According to the CAP, Malaysians consume an average of 26 teaspoons of sugar a day! Most people find it hard to believe or accept that they could be consuming an average of 26 teaspoons of sugar a day. That is because we may be thinking only of the “visible” white sugar we see and buy for use at home.

However, an increasing amount of sugar consumed by the public is in industrially prepared drinks and food. Ice cream, chocolates, sweetened condensed milk, and soft drinks are some of the items that have created new demand for sugar. Some soft drinks contain an average of at least 7 teaspoons of sugar per can. Consumers are often unaware of how much sugar they consume in total in a day! The best way to achieve a sugar-free lifestyle is by slowly substituting healthy foods for the sugar-filled ones you currently nosh.

Avoid sweetened breakfast cereals and choose oatmeal. Processed food and baked goods are the biggest culprits for containing a lot of added sugars. Eat more salads, fruits and vegetables and season your food with more herbs and spices instead.

Quaker Oatmeal Instant

Happiness and nutrition come in a warm bowl of Quaker Oats, and now with Quaker Instant Oatmeal you can enjoy them no matter how busy your day is.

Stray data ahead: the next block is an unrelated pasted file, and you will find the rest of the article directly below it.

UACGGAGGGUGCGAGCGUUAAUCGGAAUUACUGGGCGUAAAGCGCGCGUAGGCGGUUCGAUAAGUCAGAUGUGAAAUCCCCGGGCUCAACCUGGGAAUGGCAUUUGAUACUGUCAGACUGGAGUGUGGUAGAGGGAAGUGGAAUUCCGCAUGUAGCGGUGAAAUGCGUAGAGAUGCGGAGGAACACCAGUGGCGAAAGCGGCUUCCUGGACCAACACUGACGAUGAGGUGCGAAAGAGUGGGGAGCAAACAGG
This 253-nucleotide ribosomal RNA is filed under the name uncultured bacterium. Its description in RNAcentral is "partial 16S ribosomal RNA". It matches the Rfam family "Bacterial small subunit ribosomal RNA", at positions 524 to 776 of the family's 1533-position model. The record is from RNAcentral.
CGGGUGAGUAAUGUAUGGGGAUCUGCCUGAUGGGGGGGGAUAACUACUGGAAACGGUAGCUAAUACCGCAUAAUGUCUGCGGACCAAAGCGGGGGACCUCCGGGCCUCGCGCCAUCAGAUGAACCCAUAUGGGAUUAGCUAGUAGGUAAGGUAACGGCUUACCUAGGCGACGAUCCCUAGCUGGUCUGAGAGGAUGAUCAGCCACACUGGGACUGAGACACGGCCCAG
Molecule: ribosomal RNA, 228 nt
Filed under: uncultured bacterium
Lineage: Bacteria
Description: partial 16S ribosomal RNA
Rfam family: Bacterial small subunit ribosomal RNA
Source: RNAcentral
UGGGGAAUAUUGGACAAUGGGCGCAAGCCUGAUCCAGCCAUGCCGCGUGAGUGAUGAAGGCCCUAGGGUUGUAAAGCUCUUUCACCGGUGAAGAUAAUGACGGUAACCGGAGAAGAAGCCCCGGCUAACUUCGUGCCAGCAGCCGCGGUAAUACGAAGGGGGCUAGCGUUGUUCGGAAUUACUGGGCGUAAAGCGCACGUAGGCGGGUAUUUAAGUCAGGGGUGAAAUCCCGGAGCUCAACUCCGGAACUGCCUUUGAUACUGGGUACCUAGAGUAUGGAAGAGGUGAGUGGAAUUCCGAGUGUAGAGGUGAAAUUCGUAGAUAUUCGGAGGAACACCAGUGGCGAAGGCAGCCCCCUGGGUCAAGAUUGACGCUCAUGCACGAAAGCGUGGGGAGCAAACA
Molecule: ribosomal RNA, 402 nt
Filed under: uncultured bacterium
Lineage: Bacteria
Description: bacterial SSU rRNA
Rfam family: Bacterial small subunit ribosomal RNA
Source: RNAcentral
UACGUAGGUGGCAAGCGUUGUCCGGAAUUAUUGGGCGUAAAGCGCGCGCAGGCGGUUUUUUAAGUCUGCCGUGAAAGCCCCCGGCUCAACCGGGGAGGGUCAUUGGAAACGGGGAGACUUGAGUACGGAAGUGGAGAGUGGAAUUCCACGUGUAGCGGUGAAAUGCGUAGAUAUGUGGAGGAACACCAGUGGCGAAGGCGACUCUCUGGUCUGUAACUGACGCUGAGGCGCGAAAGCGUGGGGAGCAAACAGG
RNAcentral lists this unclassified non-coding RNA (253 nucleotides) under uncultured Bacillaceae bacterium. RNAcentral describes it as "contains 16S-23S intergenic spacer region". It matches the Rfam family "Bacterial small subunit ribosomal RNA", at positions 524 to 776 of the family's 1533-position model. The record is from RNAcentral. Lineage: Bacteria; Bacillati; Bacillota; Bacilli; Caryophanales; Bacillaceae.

3. White Flour

White flour is also known as bleached flour, enriched flour or wheat flour – is flour that has been chemically treated and stripped of its most important nutrients, such as dietary fibre, calcium, iron, protein and some vitamins.

Processed foods, like pastas, cereals, bread and baked goods are typically made with white flour; the body absorbs these processed foods relatively quickly, increased blood sugar triggers a release of insulin, and, in an hour or two after eating, hunger returns, which can have a negative effect on your blood sugar level and contribute to weight gain.

Replace the bag of white flour in your pantry with a bag of whole wheat flour, available at most grocery and health food stores. The nutrient contents of the grain are retained, and the bran provides a valuable source of dietary fibre. Besides this, you may soon find that you prefer the hearty taste in your own homemade baked goods because the wholemeal flour gives a pleasant nutty flavour to baked items.